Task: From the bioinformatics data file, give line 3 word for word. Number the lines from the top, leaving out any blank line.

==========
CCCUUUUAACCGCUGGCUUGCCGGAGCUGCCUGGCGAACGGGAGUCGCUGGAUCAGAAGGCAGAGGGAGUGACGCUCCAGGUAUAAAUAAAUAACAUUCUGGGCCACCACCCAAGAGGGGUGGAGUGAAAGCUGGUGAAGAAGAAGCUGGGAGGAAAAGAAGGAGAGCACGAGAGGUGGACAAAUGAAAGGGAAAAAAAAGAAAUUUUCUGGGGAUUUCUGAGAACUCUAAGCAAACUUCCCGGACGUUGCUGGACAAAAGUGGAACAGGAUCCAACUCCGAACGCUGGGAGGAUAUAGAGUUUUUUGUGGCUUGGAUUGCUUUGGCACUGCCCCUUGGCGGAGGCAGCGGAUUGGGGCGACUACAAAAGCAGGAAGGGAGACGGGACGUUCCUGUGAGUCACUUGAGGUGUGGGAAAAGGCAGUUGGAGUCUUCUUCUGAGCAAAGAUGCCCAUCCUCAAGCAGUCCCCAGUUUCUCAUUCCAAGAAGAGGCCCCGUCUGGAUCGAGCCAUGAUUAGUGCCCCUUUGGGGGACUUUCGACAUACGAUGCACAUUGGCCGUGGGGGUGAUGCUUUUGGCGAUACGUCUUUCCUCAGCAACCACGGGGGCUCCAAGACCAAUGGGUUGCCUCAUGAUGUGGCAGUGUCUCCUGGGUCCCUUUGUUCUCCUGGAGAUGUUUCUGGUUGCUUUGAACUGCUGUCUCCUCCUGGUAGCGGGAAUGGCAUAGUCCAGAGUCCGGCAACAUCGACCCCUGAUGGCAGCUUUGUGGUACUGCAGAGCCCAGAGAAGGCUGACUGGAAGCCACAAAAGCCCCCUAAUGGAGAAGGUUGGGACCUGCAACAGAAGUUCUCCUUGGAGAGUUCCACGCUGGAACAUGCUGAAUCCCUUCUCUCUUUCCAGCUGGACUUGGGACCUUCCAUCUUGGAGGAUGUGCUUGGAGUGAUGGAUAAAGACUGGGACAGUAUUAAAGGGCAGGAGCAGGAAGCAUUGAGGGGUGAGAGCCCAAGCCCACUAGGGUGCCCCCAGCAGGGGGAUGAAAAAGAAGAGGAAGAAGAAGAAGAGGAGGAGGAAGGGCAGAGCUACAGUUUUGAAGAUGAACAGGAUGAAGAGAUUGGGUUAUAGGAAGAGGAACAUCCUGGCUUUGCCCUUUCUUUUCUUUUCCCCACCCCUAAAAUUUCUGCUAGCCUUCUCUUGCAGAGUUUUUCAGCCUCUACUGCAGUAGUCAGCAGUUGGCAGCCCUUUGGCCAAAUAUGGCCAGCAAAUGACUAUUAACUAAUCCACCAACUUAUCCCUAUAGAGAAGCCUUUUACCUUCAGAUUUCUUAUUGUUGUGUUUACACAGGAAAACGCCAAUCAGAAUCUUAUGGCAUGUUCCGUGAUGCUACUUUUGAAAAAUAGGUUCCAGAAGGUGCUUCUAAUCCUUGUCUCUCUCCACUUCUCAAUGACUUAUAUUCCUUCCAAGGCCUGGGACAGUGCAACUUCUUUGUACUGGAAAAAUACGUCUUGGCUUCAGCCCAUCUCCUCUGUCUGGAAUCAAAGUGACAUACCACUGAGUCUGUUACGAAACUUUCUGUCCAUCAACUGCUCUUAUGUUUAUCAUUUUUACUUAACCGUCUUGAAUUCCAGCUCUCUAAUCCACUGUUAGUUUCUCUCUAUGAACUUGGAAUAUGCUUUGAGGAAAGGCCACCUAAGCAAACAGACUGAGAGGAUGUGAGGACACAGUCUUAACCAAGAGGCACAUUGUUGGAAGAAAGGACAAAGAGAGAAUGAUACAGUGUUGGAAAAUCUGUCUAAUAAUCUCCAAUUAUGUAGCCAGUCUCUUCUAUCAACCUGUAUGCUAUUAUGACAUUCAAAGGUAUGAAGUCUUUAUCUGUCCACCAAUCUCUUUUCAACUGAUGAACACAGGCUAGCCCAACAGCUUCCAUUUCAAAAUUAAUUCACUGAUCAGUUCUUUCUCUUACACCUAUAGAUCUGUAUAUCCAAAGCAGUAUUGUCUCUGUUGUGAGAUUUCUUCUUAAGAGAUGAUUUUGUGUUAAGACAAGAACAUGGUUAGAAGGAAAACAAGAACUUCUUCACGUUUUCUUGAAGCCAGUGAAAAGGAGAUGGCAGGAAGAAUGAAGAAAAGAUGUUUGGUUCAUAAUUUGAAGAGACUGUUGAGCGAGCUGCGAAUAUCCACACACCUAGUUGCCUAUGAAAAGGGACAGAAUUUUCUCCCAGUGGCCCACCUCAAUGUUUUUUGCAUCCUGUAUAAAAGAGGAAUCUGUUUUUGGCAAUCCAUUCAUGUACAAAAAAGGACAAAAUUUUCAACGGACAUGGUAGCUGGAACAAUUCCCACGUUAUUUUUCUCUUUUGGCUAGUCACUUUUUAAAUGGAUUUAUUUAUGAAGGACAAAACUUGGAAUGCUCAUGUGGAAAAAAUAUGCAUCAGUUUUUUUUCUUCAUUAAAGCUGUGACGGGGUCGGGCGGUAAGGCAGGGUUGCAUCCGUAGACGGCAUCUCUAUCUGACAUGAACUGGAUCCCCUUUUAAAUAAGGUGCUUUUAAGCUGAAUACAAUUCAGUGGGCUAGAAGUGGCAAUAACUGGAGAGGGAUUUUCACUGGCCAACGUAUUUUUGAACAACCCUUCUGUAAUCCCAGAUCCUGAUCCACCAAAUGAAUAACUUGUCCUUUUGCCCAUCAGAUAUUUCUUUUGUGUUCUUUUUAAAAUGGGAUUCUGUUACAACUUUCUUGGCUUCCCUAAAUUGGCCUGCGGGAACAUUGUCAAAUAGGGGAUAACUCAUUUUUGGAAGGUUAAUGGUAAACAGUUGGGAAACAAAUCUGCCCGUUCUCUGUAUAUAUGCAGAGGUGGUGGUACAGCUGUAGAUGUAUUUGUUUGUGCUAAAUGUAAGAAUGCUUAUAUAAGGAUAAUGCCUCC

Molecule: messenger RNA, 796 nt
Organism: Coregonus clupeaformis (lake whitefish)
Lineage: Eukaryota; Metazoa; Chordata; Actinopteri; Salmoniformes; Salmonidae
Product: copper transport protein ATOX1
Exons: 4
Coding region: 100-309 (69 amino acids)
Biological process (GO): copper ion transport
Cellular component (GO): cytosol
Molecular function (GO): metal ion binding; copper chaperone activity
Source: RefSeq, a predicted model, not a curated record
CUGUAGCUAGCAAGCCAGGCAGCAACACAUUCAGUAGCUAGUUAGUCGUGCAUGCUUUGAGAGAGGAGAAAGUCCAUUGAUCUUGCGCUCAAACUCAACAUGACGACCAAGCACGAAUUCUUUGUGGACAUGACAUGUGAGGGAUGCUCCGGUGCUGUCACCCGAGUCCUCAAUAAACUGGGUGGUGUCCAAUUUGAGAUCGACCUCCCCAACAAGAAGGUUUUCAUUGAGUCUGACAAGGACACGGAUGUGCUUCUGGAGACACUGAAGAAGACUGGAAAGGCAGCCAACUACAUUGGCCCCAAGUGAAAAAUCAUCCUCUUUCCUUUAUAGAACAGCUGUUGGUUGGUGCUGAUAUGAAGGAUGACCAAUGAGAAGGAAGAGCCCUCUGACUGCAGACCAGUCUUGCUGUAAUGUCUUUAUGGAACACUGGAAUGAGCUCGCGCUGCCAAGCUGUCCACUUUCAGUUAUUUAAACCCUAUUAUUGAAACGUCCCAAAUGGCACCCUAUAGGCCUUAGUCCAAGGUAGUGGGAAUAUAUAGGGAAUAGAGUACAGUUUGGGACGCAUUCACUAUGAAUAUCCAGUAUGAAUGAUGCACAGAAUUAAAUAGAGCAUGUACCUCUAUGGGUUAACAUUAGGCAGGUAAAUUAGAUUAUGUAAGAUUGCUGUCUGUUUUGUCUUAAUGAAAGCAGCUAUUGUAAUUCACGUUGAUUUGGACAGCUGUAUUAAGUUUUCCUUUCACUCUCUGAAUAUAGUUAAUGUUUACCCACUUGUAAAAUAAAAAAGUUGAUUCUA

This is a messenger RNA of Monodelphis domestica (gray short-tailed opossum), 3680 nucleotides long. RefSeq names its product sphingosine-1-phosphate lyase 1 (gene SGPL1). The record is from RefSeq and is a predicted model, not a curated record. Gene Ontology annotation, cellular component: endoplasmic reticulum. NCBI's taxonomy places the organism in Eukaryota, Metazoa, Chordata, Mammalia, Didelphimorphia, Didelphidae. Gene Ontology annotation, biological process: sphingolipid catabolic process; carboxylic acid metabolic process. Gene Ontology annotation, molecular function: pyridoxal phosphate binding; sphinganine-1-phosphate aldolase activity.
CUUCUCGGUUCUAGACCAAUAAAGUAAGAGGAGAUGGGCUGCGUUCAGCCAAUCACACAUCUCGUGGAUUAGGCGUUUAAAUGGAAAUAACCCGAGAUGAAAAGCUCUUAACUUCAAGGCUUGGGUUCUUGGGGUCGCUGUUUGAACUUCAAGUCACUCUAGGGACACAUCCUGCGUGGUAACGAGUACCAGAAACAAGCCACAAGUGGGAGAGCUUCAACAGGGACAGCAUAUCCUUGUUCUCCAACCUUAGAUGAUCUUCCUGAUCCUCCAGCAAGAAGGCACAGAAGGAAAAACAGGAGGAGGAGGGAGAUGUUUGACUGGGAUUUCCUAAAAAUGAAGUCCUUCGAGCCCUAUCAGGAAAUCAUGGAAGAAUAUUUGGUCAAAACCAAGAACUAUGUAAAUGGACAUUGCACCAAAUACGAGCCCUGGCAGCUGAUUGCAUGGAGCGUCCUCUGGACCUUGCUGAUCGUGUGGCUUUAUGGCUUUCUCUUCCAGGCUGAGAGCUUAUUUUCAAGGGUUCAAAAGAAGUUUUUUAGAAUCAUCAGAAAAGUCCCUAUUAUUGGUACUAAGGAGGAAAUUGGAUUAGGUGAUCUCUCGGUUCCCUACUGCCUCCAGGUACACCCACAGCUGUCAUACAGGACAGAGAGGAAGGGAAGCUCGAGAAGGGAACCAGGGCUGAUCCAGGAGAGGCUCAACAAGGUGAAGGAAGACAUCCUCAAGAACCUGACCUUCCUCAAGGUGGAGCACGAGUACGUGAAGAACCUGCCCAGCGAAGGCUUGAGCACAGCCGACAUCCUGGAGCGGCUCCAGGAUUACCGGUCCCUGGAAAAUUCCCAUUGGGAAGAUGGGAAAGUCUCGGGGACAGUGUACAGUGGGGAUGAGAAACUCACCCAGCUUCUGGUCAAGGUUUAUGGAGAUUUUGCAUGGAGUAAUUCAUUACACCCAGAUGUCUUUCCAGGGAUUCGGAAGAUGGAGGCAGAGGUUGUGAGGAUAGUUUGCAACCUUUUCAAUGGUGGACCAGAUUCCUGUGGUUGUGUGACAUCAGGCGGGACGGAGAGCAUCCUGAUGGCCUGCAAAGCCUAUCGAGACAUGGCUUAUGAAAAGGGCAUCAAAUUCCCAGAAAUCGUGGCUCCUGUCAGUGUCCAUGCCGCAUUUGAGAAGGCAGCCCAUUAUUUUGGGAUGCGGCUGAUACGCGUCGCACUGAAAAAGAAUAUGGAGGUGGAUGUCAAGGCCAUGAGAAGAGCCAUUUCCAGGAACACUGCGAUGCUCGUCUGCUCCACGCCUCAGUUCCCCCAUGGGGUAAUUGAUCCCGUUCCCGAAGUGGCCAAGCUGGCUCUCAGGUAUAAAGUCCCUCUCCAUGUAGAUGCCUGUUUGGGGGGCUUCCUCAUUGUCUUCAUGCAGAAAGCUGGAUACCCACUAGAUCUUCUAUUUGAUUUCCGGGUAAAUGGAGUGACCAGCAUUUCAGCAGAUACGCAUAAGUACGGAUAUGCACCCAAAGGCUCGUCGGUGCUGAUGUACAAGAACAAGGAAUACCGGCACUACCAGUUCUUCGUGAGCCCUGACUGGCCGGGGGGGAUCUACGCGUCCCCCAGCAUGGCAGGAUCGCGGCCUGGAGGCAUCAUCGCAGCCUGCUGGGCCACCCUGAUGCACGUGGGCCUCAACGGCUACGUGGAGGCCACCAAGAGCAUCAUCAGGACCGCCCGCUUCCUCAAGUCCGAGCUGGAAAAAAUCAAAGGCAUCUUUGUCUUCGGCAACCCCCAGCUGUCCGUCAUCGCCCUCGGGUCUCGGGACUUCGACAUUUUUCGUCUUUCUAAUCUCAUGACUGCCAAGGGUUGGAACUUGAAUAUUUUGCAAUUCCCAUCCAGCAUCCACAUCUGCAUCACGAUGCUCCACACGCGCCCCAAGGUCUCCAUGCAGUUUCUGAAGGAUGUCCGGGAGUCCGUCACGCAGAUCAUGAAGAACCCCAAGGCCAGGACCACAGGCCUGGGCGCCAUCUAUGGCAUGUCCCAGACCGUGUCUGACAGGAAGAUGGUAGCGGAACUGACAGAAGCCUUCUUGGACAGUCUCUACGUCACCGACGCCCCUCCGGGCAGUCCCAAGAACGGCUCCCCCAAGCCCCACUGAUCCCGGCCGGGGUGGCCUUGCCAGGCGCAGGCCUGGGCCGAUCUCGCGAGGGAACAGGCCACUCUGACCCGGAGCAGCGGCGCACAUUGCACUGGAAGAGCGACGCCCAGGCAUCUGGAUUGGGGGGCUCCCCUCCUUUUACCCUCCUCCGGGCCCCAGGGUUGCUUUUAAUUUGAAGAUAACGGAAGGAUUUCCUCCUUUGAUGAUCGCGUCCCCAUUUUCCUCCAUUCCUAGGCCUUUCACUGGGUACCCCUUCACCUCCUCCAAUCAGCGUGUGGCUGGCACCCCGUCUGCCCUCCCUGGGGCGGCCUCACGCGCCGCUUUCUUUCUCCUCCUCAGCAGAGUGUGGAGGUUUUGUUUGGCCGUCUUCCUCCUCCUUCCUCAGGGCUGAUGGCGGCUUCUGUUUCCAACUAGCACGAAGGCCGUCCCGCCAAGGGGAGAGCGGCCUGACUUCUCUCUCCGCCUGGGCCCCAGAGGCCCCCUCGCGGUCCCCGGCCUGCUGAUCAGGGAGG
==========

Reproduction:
Organism: Coregonus clupeaformis (lake whitefish)